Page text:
Is Meat Overrated?
On Friday I reported that Jose Andres was at the farmer’s market on Vermont Avenue, cooking a giant paella. For those that didn’t read that post, Andres is a major foodie celebrity who owns multiple restaurants in D.C., and is a James Beard award winner who trained with Ferran Adria at El Bulli in Spain.
Sadly, the paella was gone by the time I left the office and headed up Vermont to the McPherson Square Metro station.
However, this Jose Andres sighting seems to have been some strange twist of fate, because he also appeared on 60 Minutes this weekend, when Anderson Cooper visited his D.C. restaurant Minibar and was served up some goodies. However, what is most notable about his appearance is the following heretical and provocative statement:
“I believe the future is vegetables and fruits. They are so much more sexier than a piece of chicken… Let’s compare a chicken breast, the best chicken breast from the best farm with a beautiful pineapple. Cut the pineapple, already the aromas are inundating the entire kitchen. Acidity. Sour after notes, touches of passion fruit.”
“I love meat too but only once in a while. You get a piece of meat and you put it in your mouth, you chew, the first five seconds, all the juices flow around your mouth, they’re gone, and then you are 20 more seconds chewing something that is tasteless at this point. Something like this doesn’t happen with a pineapple, an asparagus, or a green pea.”
What Andres is saying, of course, runs counter to centuries of culinary conventional wisdom – that meat is the centerpiece of the meal, whereas fruits and vegetables merely play a supporting role. But is he right? Have we really had things backwards for so long? There is a very legitimate argument that many fruits and vegetables are more intriguing and pleasing to the palate than even a quality piece of meat. Take, for example, sweet corn, freshly picked. Heirloom tomatoes off the vine. A perfectly ripe honeydew melon. Roasted garlic cloves. New potatoes, crisp-fried with rosemary. A ripe mango, with lime juice and chili. Freshly picked summer strawberries. A ripe durian. Roasted beets.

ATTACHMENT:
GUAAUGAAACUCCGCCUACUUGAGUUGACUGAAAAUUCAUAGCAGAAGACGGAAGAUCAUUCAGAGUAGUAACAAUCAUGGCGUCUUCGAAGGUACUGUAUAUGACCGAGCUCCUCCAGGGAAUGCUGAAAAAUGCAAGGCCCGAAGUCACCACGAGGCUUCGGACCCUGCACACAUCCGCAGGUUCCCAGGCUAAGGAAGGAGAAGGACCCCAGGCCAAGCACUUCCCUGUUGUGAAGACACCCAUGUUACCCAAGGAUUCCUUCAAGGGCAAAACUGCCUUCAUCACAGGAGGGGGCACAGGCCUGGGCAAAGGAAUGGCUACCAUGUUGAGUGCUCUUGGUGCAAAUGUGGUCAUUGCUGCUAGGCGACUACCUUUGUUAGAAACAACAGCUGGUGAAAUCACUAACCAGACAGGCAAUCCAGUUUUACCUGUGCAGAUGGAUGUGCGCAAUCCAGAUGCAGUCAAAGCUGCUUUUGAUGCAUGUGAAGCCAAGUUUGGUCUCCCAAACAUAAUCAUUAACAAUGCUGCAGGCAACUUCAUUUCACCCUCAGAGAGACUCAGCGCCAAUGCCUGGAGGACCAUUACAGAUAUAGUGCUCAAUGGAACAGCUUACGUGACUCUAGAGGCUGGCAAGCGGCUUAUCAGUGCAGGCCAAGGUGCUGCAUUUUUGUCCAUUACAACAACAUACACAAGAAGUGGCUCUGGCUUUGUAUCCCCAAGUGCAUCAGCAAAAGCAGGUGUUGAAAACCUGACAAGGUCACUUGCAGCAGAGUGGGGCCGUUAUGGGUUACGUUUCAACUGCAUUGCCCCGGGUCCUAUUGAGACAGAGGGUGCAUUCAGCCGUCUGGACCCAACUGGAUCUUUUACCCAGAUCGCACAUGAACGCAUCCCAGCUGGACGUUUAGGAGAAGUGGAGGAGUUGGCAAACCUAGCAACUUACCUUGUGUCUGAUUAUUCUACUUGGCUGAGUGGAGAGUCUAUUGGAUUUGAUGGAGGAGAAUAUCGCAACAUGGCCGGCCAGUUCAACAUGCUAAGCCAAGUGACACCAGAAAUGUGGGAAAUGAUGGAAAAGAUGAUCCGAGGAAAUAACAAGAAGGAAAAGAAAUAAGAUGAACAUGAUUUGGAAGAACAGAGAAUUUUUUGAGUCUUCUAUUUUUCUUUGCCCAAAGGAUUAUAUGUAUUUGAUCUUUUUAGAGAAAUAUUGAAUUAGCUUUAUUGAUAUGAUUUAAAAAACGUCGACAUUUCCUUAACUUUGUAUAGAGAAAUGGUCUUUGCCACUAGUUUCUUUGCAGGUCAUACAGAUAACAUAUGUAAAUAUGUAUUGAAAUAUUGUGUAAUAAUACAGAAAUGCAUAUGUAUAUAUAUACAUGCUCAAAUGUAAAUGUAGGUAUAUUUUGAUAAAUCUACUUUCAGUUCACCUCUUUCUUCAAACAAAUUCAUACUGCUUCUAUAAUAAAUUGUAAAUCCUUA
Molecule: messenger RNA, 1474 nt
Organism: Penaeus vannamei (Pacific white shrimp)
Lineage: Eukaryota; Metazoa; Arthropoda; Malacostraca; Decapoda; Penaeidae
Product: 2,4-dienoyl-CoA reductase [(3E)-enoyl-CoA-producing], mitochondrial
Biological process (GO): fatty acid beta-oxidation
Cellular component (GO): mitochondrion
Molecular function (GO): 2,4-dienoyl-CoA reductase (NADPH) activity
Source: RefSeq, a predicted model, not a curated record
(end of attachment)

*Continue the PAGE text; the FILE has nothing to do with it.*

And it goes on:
Are any of these clearly less flavorful than a ribeye, or a pork chop, or a turkey leg? Additionally, many of these items are far more universally loved than their meat counterparts. And yet, they have remained relegated to a supporting role, served alongside meat portions that may well not be their equal when it comes to pure depth of flavor.
Of course, Jose Andres has the luxury of being able to serve dozens of tiny plates containing these ingredients, and to fuss and tinker with these tiny plates until they are perfect. He does not have to feed a family, where the most efficient course may be to serve a meatloaf or some burgers. But at a very basic level, even the busiest home cook is capable of appreciating the vegetables they are cooking – that is, not merely boiling or steaming them to death, but preparing them in a way that brings out their best.
In the coming months, Allegations Of Deliciousness plans on posting a series of recipes for seasonal fruits and vegetables, with an emphasis on recipes that take a seasonal ingredient and attempt to turn it into something really exciting to eat. We hope that these recipes will come in handy as farmer’s markets return and people once again have access to high quality fruits and veggies. If you have any recipes of your own that you wish to share, feel free to leave them in the comments or on our Facebook page.